Most Asian shares rise, oil prices up after Saudi output cuts
text size

Most Asian shares rise, oil prices up after Saudi output cuts

A man is reflected on a monitor displaying a stock quotation board outside a bank in Tokyo, Japan, on Monday. (Reuters photo)
A man is reflected on a monitor displaying a stock quotation board outside a bank in Tokyo, Japan, on Monday. (Reuters photo)

SYDNEY: Most Asian share markets rose on Monday on optimism the Federal Reserve would pause its rate hikes this month after a mixed US jobs report, while oil prices jumped after Saudi Arabia pledged big output cuts.

The optimism is set to run into some resistance in Europe, with pan-regional Euro Stoxx 50 futures down 0.2%. S&P 500 futures dipped 0.1% and Nasdaq futures dropped 0.4%.

In Asia, MSCI's broadest index of Asia-Pacific shares outside Japan was flat for the day, as losses in Chinese shares offset gains elsewhere.

Japan's Nikkei surged 2.1% to stand above 32,000 for the first time since July 1990.

Hong Kong's Hang Seng index rose 0.4% while China's blue-chip index fell 0.7%.

Morgan Stanley on Sunday lowered their index targets for offshore-centric Chinese indices, citing a delayed earnings recovery, a weaker currency outlook and geopolitical uncertainties.

However, Laura Wang, the MS equity strategist, believes China's recent weaker macro data demonstrates an uneven and unbalanced recovery, not the end of its up-cycle.

"We also expect policy makers to step up easing measures around late June/early July and a consumption-led recovery to broaden out in the second half of the year as the job market and income levels recover," said Wang.

On Monday, oil prices, which have recently come under pressure amid heightened concerns about China's slowing economy, rose after Saudi Arabia announced it would cut its output to 9 million barrels per day in July, from around 10 million bpd in May, the biggest reduction in years.

Brent oil rose 1.2% to $77.07 a barrel by 0600 GMT, giving up some of its earlier gains to as high as $78.73, while US crude climbed 1.3% to $72.69 a barrel, after hitting a session high of $75.06.

"With Saudi Arabia protecting oil prices from sliding too low ... we think oil markets are now more prone to a shortfall later this year," said Vivek Dhar, a mining and energy commodities strategist at Commonwealth Bank of Australia.

"We think Brent futures will rise to $US85/bbl by Q4 2023 even with a tepid demand recovery in China factored in."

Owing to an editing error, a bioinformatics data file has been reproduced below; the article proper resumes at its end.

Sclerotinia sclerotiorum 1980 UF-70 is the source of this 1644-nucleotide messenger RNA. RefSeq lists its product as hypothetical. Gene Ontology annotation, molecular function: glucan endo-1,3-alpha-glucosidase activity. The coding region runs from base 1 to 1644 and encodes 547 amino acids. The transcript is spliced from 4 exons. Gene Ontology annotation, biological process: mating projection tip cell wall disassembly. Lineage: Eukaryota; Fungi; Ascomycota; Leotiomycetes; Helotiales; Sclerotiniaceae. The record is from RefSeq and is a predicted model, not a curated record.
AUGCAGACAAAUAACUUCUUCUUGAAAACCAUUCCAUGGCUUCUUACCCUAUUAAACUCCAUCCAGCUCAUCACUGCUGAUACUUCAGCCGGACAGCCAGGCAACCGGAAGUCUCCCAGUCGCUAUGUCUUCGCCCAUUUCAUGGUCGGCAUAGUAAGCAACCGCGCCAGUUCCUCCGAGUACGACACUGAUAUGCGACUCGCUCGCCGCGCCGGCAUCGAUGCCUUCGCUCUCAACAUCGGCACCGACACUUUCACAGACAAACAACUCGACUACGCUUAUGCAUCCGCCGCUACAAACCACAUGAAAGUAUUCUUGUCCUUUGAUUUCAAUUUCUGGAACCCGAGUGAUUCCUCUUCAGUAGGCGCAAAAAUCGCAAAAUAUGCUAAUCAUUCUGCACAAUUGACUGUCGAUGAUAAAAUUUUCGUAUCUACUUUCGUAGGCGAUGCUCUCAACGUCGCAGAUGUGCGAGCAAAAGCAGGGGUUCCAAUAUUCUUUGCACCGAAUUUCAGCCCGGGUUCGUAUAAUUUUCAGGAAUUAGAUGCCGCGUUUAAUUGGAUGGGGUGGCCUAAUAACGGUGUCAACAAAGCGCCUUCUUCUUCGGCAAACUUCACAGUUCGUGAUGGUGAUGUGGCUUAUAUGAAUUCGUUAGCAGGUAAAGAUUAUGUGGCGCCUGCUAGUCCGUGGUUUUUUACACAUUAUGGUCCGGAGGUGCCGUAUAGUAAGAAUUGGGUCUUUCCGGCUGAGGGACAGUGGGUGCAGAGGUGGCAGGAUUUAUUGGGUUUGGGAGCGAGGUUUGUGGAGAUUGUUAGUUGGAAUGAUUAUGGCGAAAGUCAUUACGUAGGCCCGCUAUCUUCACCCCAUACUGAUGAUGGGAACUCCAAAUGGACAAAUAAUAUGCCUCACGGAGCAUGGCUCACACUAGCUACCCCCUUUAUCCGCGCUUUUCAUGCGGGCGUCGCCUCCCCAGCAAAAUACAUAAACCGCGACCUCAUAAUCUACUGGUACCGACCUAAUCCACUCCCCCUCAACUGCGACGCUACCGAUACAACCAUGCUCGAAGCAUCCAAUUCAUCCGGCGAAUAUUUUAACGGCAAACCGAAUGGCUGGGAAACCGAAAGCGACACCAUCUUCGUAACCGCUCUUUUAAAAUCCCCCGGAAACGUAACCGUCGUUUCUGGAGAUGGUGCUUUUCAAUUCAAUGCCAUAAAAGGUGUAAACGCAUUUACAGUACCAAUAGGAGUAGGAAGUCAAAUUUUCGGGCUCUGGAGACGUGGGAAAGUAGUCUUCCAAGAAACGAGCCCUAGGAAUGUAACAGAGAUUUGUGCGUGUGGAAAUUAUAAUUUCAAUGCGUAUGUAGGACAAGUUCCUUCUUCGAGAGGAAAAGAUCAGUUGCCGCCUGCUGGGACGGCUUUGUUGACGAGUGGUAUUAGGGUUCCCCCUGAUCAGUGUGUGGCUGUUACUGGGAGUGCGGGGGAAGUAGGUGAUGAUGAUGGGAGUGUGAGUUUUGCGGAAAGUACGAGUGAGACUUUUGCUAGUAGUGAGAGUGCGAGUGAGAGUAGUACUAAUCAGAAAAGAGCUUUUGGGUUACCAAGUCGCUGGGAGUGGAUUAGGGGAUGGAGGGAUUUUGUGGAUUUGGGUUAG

Data on Friday showed the US economy added 339,000 jobs last month, higher than most estimates, but moderating wage growth and rising jobless rate led markets to continue to bet on no change in Fed rates this month, with a 75% chance priced in for that, according to CME FedWatch tool.

However, there is about a 70% probability that Fed funds rates would reach 5.25-5.5% or beyond at the policy meeting in July, if US inflation remains elevated. Conversely, markets now see little chance of a rate cut by the end of this year.

Treasury yields continued to climb on Monday. Yields on US two-year Treasuries rose 3 basis points to 4.5410%, on top of a surge of 16.2 bp on Friday, and 10-year yields also climbed 3 bps to 3.7216%, after a rise of 8 bps on Friday.

Fitch Ratings said the United States' "AAA" credit rating would remain on negative watch, despite the debt agreement.

The US dollar was at 104.11 against its major peers on Monday, after gaining 0.5% on Friday on the jobs report. The greenback also rose 0.1% on the Japanese yen to 140.03 while the euro eased 0.1% to $0.1070.

Central banks from Australia and Canada will meet this week. Markets see a sizeable chance - about 40% - that the RBA could surprise with a quarter-point hike on Tuesday, after a minimum wage hike that some economists feared could further stoke inflationary pressures.

The Bank of Canada will meet on Wednesday. A majority of economists polled by Reuters expect the BOC to keep interest rates on hold at 4.5% for the rest of the year although the risk of one more rate rise remains high.

Do you like the content of this article?